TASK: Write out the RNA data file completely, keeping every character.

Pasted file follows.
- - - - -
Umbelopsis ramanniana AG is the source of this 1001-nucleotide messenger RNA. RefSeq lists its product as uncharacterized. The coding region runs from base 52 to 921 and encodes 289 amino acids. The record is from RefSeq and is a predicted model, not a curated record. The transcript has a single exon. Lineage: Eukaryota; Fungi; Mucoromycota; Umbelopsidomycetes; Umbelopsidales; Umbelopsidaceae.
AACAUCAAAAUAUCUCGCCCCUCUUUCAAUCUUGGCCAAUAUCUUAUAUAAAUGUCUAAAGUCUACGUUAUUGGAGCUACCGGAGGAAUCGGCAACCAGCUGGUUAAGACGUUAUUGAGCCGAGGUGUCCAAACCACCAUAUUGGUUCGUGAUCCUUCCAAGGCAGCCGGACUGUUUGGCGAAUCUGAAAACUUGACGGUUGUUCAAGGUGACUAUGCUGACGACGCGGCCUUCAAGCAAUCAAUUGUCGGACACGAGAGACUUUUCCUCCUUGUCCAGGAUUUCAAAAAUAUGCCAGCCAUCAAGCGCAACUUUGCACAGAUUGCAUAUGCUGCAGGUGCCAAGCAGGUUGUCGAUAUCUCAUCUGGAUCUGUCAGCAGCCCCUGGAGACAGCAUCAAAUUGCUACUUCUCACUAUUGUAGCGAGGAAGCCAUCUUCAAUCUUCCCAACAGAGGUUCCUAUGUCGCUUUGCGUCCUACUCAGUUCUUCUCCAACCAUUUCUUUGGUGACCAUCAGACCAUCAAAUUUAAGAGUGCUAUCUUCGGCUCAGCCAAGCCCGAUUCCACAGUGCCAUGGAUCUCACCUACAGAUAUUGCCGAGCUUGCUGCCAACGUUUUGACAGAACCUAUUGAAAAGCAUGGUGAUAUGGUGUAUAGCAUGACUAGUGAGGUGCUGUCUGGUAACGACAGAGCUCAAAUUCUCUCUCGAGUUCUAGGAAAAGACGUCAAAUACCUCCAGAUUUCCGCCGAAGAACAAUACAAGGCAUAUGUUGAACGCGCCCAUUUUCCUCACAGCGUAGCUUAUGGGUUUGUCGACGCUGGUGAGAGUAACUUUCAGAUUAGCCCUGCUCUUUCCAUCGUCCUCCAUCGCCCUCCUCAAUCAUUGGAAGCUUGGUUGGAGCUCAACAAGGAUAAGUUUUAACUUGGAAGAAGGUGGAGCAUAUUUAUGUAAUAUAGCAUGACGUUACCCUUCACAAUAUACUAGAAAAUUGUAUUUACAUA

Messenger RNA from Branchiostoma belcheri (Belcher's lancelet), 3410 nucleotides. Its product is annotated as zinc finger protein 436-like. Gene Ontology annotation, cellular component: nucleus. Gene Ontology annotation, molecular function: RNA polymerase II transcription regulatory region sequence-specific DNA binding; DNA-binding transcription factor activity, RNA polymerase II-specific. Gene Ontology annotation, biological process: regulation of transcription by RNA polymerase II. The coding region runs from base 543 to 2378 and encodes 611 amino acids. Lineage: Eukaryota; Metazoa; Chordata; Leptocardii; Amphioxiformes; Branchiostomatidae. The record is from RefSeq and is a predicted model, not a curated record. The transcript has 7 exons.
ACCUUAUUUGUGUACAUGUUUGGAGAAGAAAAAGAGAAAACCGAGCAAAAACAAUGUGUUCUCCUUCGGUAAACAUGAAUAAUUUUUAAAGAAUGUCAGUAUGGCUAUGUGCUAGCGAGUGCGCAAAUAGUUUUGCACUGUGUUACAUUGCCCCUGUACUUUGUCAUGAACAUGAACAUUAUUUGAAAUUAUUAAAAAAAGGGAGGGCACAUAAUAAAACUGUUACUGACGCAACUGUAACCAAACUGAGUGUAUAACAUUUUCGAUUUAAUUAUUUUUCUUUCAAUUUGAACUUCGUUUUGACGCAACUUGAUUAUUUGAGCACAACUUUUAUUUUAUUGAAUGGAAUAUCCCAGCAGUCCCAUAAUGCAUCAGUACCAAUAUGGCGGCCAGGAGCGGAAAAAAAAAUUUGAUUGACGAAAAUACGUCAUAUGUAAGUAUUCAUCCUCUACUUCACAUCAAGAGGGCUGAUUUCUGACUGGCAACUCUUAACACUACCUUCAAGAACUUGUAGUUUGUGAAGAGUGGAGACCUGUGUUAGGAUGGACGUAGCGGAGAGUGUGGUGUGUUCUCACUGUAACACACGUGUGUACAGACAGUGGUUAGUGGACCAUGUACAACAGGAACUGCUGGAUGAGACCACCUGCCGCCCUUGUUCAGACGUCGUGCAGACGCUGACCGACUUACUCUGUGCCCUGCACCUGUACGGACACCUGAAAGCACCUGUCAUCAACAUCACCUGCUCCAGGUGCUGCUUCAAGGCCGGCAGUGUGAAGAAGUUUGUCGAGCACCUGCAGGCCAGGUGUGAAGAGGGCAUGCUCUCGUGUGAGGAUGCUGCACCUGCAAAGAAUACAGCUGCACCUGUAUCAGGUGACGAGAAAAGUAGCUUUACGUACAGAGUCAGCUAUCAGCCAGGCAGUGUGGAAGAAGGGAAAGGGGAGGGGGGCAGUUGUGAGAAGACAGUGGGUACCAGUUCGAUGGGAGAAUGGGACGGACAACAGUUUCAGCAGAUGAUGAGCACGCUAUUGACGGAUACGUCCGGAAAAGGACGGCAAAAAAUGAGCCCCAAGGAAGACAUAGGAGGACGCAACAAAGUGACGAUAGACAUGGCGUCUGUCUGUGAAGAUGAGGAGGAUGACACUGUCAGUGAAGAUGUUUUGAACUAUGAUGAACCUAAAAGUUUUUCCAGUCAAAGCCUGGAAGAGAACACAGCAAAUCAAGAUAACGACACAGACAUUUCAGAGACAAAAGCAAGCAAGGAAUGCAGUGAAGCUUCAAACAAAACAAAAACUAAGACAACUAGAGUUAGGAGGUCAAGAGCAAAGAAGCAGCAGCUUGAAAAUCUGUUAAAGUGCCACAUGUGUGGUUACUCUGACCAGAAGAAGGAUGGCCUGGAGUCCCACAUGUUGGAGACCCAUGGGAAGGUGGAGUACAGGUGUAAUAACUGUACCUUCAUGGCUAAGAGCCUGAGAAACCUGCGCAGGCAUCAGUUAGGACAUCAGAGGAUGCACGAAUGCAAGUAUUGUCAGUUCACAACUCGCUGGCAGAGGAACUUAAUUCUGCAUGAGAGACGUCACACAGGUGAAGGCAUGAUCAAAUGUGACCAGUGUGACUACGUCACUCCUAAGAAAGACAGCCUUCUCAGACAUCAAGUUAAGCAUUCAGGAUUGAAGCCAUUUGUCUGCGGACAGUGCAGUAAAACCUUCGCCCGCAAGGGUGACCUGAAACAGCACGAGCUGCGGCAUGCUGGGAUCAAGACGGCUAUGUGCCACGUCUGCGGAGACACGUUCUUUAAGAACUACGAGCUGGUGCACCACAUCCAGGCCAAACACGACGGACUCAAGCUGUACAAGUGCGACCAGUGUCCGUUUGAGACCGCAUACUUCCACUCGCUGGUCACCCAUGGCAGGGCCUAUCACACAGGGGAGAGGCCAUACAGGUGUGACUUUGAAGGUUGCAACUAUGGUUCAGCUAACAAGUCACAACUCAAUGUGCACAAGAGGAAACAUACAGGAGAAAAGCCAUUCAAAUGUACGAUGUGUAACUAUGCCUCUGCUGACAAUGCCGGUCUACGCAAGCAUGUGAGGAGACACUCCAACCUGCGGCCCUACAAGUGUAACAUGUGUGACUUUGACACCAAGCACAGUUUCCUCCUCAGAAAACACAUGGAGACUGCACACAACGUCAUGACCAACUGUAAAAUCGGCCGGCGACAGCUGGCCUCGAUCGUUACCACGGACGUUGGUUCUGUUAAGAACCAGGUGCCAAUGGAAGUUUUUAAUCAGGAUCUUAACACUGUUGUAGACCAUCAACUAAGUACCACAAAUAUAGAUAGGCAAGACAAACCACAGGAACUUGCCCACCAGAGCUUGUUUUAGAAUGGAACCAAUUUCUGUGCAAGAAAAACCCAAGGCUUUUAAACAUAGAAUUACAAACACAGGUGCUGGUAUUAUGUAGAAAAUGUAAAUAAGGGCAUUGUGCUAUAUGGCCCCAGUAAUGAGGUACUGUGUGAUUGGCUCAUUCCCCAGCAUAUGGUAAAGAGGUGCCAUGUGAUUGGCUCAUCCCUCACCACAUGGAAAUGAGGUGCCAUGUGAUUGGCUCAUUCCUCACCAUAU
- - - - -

Umbelopsis ramanniana AG is the source of this 1001-nucleotide messenger RNA. RefSeq lists its product as uncharacterized. The coding region runs from base 52 to 921 and encodes 289 amino acids. The record is from RefSeq and is a predicted model, not a curated record. The transcript has a single exon. Lineage: Eukaryota; Fungi; Mucoromycota; Umbelopsidomycetes; Umbelopsidales; Umbelopsidaceae.
AACAUCAAAAUAUCUCGCCCCUCUUUCAAUCUUGGCCAAUAUCUUAUAUAAAUGUCUAAAGUCUACGUUAUUGGAGCUACCGGAGGAAUCGGCAACCAGCUGGUUAAGACGUUAUUGAGCCGAGGUGUCCAAACCACCAUAUUGGUUCGUGAUCCUUCCAAGGCAGCCGGACUGUUUGGCGAAUCUGAAAACUUGACGGUUGUUCAAGGUGACUAUGCUGACGACGCGGCCUUCAAGCAAUCAAUUGUCGGACACGAGAGACUUUUCCUCCUUGUCCAGGAUUUCAAAAAUAUGCCAGCCAUCAAGCGCAACUUUGCACAGAUUGCAUAUGCUGCAGGUGCCAAGCAGGUUGUCGAUAUCUCAUCUGGAUCUGUCAGCAGCCCCUGGAGACAGCAUCAAAUUGCUACUUCUCACUAUUGUAGCGAGGAAGCCAUCUUCAAUCUUCCCAACAGAGGUUCCUAUGUCGCUUUGCGUCCUACUCAGUUCUUCUCCAACCAUUUCUUUGGUGACCAUCAGACCAUCAAAUUUAAGAGUGCUAUCUUCGGCUCAGCCAAGCCCGAUUCCACAGUGCCAUGGAUCUCACCUACAGAUAUUGCCGAGCUUGCUGCCAACGUUUUGACAGAACCUAUUGAAAAGCAUGGUGAUAUGGUGUAUAGCAUGACUAGUGAGGUGCUGUCUGGUAACGACAGAGCUCAAAUUCUCUCUCGAGUUCUAGGAAAAGACGUCAAAUACCUCCAGAUUUCCGCCGAAGAACAAUACAAGGCAUAUGUUGAACGCGCCCAUUUUCCUCACAGCGUAGCUUAUGGGUUUGUCGACGCUGGUGAGAGUAACUUUCAGAUUAGCCCUGCUCUUUCCAUCGUCCUCCAUCGCCCUCCUCAAUCAUUGGAAGCUUGGUUGGAGCUCAACAAGGAUAAGUUUUAACUUGGAAGAAGGUGGAGCAUAUUUAUGUAAUAUAGCAUGACGUUACCCUUCACAAUAUACUAGAAAAUUGUAUUUACAUA

Messenger RNA from Branchiostoma belcheri (Belcher's lancelet), 3410 nucleotides. Its product is annotated as zinc finger protein 436-like. Gene Ontology annotation, cellular component: nucleus. Gene Ontology annotation, molecular function: RNA polymerase II transcription regulatory region sequence-specific DNA binding; DNA-binding transcription factor activity, RNA polymerase II-specific. Gene Ontology annotation, biological process: regulation of transcription by RNA polymerase II. The coding region runs from base 543 to 2378 and encodes 611 amino acids. Lineage: Eukaryota; Metazoa; Chordata; Leptocardii; Amphioxiformes; Branchiostomatidae. The record is from RefSeq and is a predicted model, not a curated record. The transcript has 7 exons.
ACCUUAUUUGUGUACAUGUUUGGAGAAGAAAAAGAGAAAACCGAGCAAAAACAAUGUGUUCUCCUUCGGUAAACAUGAAUAAUUUUUAAAGAAUGUCAGUAUGGCUAUGUGCUAGCGAGUGCGCAAAUAGUUUUGCACUGUGUUACAUUGCCCCUGUACUUUGUCAUGAACAUGAACAUUAUUUGAAAUUAUUAAAAAAAGGGAGGGCACAUAAUAAAACUGUUACUGACGCAACUGUAACCAAACUGAGUGUAUAACAUUUUCGAUUUAAUUAUUUUUCUUUCAAUUUGAACUUCGUUUUGACGCAACUUGAUUAUUUGAGCACAACUUUUAUUUUAUUGAAUGGAAUAUCCCAGCAGUCCCAUAAUGCAUCAGUACCAAUAUGGCGGCCAGGAGCGGAAAAAAAAAUUUGAUUGACGAAAAUACGUCAUAUGUAAGUAUUCAUCCUCUACUUCACAUCAAGAGGGCUGAUUUCUGACUGGCAACUCUUAACACUACCUUCAAGAACUUGUAGUUUGUGAAGAGUGGAGACCUGUGUUAGGAUGGACGUAGCGGAGAGUGUGGUGUGUUCUCACUGUAACACACGUGUGUACAGACAGUGGUUAGUGGACCAUGUACAACAGGAACUGCUGGAUGAGACCACCUGCCGCCCUUGUUCAGACGUCGUGCAGACGCUGACCGACUUACUCUGUGCCCUGCACCUGUACGGACACCUGAAAGCACCUGUCAUCAACAUCACCUGCUCCAGGUGCUGCUUCAAGGCCGGCAGUGUGAAGAAGUUUGUCGAGCACCUGCAGGCCAGGUGUGAAGAGGGCAUGCUCUCGUGUGAGGAUGCUGCACCUGCAAAGAAUACAGCUGCACCUGUAUCAGGUGACGAGAAAAGUAGCUUUACGUACAGAGUCAGCUAUCAGCCAGGCAGUGUGGAAGAAGGGAAAGGGGAGGGGGGCAGUUGUGAGAAGACAGUGGGUACCAGUUCGAUGGGAGAAUGGGACGGACAACAGUUUCAGCAGAUGAUGAGCACGCUAUUGACGGAUACGUCCGGAAAAGGACGGCAAAAAAUGAGCCCCAAGGAAGACAUAGGAGGACGCAACAAAGUGACGAUAGACAUGGCGUCUGUCUGUGAAGAUGAGGAGGAUGACACUGUCAGUGAAGAUGUUUUGAACUAUGAUGAACCUAAAAGUUUUUCCAGUCAAAGCCUGGAAGAGAACACAGCAAAUCAAGAUAACGACACAGACAUUUCAGAGACAAAAGCAAGCAAGGAAUGCAGUGAAGCUUCAAACAAAACAAAAACUAAGACAACUAGAGUUAGGAGGUCAAGAGCAAAGAAGCAGCAGCUUGAAAAUCUGUUAAAGUGCCACAUGUGUGGUUACUCUGACCAGAAGAAGGAUGGCCUGGAGUCCCACAUGUUGGAGACCCAUGGGAAGGUGGAGUACAGGUGUAAUAACUGUACCUUCAUGGCUAAGAGCCUGAGAAACCUGCGCAGGCAUCAGUUAGGACAUCAGAGGAUGCACGAAUGCAAGUAUUGUCAGUUCACAACUCGCUGGCAGAGGAACUUAAUUCUGCAUGAGAGACGUCACACAGGUGAAGGCAUGAUCAAAUGUGACCAGUGUGACUACGUCACUCCUAAGAAAGACAGCCUUCUCAGACAUCAAGUUAAGCAUUCAGGAUUGAAGCCAUUUGUCUGCGGACAGUGCAGUAAAACCUUCGCCCGCAAGGGUGACCUGAAACAGCACGAGCUGCGGCAUGCUGGGAUCAAGACGGCUAUGUGCCACGUCUGCGGAGACACGUUCUUUAAGAACUACGAGCUGGUGCACCACAUCCAGGCCAAACACGACGGACUCAAGCUGUACAAGUGCGACCAGUGUCCGUUUGAGACCGCAUACUUCCACUCGCUGGUCACCCAUGGCAGGGCCUAUCACACAGGGGAGAGGCCAUACAGGUGUGACUUUGAAGGUUGCAACUAUGGUUCAGCUAACAAGUCACAACUCAAUGUGCACAAGAGGAAACAUACAGGAGAAAAGCCAUUCAAAUGUACGAUGUGUAACUAUGCCUCUGCUGACAAUGCCGGUCUACGCAAGCAUGUGAGGAGACACUCCAACCUGCGGCCCUACAAGUGUAACAUGUGUGACUUUGACACCAAGCACAGUUUCCUCCUCAGAAAACACAUGGAGACUGCACACAACGUCAUGACCAACUGUAAAAUCGGCCGGCGACAGCUGGCCUCGAUCGUUACCACGGACGUUGGUUCUGUUAAGAACCAGGUGCCAAUGGAAGUUUUUAAUCAGGAUCUUAACACUGUUGUAGACCAUCAACUAAGUACCACAAAUAUAGAUAGGCAAGACAAACCACAGGAACUUGCCCACCAGAGCUUGUUUUAGAAUGGAACCAAUUUCUGUGCAAGAAAAACCCAAGGCUUUUAAACAUAGAAUUACAAACACAGGUGCUGGUAUUAUGUAGAAAAUGUAAAUAAGGGCAUUGUGCUAUAUGGCCCCAGUAAUGAGGUACUGUGUGAUUGGCUCAUUCCCCAGCAUAUGGUAAAGAGGUGCCAUGUGAUUGGCUCAUCCCUCACCACAUGGAAAUGAGGUGCCAUGUGAUUGGCUCAUUCCUCACCAUAU